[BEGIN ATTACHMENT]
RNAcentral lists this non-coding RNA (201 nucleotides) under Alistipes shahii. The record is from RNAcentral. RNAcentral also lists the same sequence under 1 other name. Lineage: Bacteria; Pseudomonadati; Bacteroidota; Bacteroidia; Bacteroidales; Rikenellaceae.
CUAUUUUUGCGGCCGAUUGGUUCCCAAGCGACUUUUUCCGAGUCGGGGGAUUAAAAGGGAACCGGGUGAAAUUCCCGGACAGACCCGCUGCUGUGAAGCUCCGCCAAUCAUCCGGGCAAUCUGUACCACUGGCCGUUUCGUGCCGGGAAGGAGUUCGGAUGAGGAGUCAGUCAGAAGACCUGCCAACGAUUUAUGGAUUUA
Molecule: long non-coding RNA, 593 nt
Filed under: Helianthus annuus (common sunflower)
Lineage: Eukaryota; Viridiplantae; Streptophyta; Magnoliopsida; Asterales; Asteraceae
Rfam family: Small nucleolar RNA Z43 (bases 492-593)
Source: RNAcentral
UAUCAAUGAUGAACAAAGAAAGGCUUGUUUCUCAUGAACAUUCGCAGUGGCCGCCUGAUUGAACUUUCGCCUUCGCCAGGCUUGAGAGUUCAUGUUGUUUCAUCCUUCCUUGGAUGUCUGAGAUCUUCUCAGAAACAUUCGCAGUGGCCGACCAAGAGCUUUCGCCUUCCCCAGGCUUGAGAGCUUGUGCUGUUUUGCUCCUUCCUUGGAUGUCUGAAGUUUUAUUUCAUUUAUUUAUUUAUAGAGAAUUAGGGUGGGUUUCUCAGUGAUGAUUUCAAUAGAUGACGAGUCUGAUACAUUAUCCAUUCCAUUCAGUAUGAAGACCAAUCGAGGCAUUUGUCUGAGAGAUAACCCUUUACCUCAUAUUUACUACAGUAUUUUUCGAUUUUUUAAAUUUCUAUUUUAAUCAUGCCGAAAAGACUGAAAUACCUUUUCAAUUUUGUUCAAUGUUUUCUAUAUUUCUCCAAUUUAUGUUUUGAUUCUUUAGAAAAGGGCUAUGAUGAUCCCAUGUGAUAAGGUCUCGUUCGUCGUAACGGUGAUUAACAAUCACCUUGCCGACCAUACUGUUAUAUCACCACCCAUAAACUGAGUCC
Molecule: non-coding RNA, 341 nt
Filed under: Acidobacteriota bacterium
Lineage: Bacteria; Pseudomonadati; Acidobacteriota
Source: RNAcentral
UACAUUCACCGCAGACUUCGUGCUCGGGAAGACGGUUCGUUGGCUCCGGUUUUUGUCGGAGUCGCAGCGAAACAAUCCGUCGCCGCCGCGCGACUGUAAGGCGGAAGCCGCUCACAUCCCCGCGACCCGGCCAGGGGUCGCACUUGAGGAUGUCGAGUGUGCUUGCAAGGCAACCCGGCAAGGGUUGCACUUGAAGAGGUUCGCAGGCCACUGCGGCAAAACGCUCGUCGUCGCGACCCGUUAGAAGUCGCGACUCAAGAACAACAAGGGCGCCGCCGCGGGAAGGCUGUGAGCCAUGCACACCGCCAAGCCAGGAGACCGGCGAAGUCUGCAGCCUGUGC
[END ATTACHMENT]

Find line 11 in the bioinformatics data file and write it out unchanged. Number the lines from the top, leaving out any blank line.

Lineage: Bacteria; Pseudomonadati; Acidobacteriota